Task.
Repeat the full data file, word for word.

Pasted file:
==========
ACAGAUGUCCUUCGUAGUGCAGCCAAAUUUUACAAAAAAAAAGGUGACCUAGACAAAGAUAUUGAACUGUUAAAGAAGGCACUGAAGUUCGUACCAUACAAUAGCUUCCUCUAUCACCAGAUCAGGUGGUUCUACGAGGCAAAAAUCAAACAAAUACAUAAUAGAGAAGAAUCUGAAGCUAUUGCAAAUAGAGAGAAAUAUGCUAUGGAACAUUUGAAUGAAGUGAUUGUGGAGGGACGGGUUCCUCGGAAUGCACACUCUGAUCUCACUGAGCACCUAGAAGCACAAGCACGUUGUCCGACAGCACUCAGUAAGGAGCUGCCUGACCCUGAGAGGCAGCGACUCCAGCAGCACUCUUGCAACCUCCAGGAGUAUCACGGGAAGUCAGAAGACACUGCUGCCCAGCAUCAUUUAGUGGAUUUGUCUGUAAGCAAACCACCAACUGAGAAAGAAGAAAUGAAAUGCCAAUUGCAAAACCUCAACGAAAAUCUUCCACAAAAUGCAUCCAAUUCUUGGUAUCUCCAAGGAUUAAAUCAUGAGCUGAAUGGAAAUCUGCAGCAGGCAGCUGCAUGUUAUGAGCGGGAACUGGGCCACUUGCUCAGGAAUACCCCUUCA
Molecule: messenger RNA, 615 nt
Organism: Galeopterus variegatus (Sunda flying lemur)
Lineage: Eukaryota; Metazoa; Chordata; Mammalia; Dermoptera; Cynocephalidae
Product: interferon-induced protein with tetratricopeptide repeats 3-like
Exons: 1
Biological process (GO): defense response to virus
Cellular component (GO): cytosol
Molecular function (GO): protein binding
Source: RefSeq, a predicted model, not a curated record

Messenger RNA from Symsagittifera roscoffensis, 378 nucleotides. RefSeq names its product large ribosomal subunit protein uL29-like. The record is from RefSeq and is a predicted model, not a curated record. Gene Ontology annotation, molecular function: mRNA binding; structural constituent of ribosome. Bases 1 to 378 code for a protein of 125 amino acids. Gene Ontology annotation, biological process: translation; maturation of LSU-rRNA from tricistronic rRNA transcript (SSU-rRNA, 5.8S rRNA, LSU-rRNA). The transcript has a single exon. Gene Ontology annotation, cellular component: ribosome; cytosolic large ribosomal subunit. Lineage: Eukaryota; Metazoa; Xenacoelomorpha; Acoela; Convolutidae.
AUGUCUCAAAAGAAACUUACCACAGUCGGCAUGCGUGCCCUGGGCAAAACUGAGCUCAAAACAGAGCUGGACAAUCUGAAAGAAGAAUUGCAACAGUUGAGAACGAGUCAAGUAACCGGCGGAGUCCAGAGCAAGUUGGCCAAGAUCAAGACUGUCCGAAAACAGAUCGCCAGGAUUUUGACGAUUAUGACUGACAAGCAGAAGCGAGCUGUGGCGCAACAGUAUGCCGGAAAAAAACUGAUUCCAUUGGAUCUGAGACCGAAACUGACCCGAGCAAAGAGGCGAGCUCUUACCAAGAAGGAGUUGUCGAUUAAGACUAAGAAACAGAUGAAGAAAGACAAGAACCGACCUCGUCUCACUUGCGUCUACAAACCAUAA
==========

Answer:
ACAGAUGUCCUUCGUAGUGCAGCCAAAUUUUACAAAAAAAAAGGUGACCUAGACAAAGAUAUUGAACUGUUAAAGAAGGCACUGAAGUUCGUACCAUACAAUAGCUUCCUCUAUCACCAGAUCAGGUGGUUCUACGAGGCAAAAAUCAAACAAAUACAUAAUAGAGAAGAAUCUGAAGCUAUUGCAAAUAGAGAGAAAUAUGCUAUGGAACAUUUGAAUGAAGUGAUUGUGGAGGGACGGGUUCCUCGGAAUGCACACUCUGAUCUCACUGAGCACCUAGAAGCACAAGCACGUUGUCCGACAGCACUCAGUAAGGAGCUGCCUGACCCUGAGAGGCAGCGACUCCAGCAGCACUCUUGCAACCUCCAGGAGUAUCACGGGAAGUCAGAAGACACUGCUGCCCAGCAUCAUUUAGUGGAUUUGUCUGUAAGCAAACCACCAACUGAGAAAGAAGAAAUGAAAUGCCAAUUGCAAAACCUCAACGAAAAUCUUCCACAAAAUGCAUCCAAUUCUUGGUAUCUCCAAGGAUUAAAUCAUGAGCUGAAUGGAAAUCUGCAGCAGGCAGCUGCAUGUUAUGAGCGGGAACUGGGCCACUUGCUCAGGAAUACCCCUUCA
Molecule: messenger RNA, 615 nt
Organism: Galeopterus variegatus (Sunda flying lemur)
Lineage: Eukaryota; Metazoa; Chordata; Mammalia; Dermoptera; Cynocephalidae
Product: interferon-induced protein with tetratricopeptide repeats 3-like
Exons: 1
Biological process (GO): defense response to virus
Cellular component (GO): cytosol
Molecular function (GO): protein binding
Source: RefSeq, a predicted model, not a curated record

Messenger RNA from Symsagittifera roscoffensis, 378 nucleotides. RefSeq names its product large ribosomal subunit protein uL29-like. The record is from RefSeq and is a predicted model, not a curated record. Gene Ontology annotation, molecular function: mRNA binding; structural constituent of ribosome. Bases 1 to 378 code for a protein of 125 amino acids. Gene Ontology annotation, biological process: translation; maturation of LSU-rRNA from tricistronic rRNA transcript (SSU-rRNA, 5.8S rRNA, LSU-rRNA). The transcript has a single exon. Gene Ontology annotation, cellular component: ribosome; cytosolic large ribosomal subunit. Lineage: Eukaryota; Metazoa; Xenacoelomorpha; Acoela; Convolutidae.
AUGUCUCAAAAGAAACUUACCACAGUCGGCAUGCGUGCCCUGGGCAAAACUGAGCUCAAAACAGAGCUGGACAAUCUGAAAGAAGAAUUGCAACAGUUGAGAACGAGUCAAGUAACCGGCGGAGUCCAGAGCAAGUUGGCCAAGAUCAAGACUGUCCGAAAACAGAUCGCCAGGAUUUUGACGAUUAUGACUGACAAGCAGAAGCGAGCUGUGGCGCAACAGUAUGCCGGAAAAAAACUGAUUCCAUUGGAUCUGAGACCGAAACUGACCCGAGCAAAGAGGCGAGCUCUUACCAAGAAGGAGUUGUCGAUUAAGACUAAGAAACAGAUGAAGAAAGACAAGAACCGACCUCGUCUCACUUGCGUCUACAAACCAUAA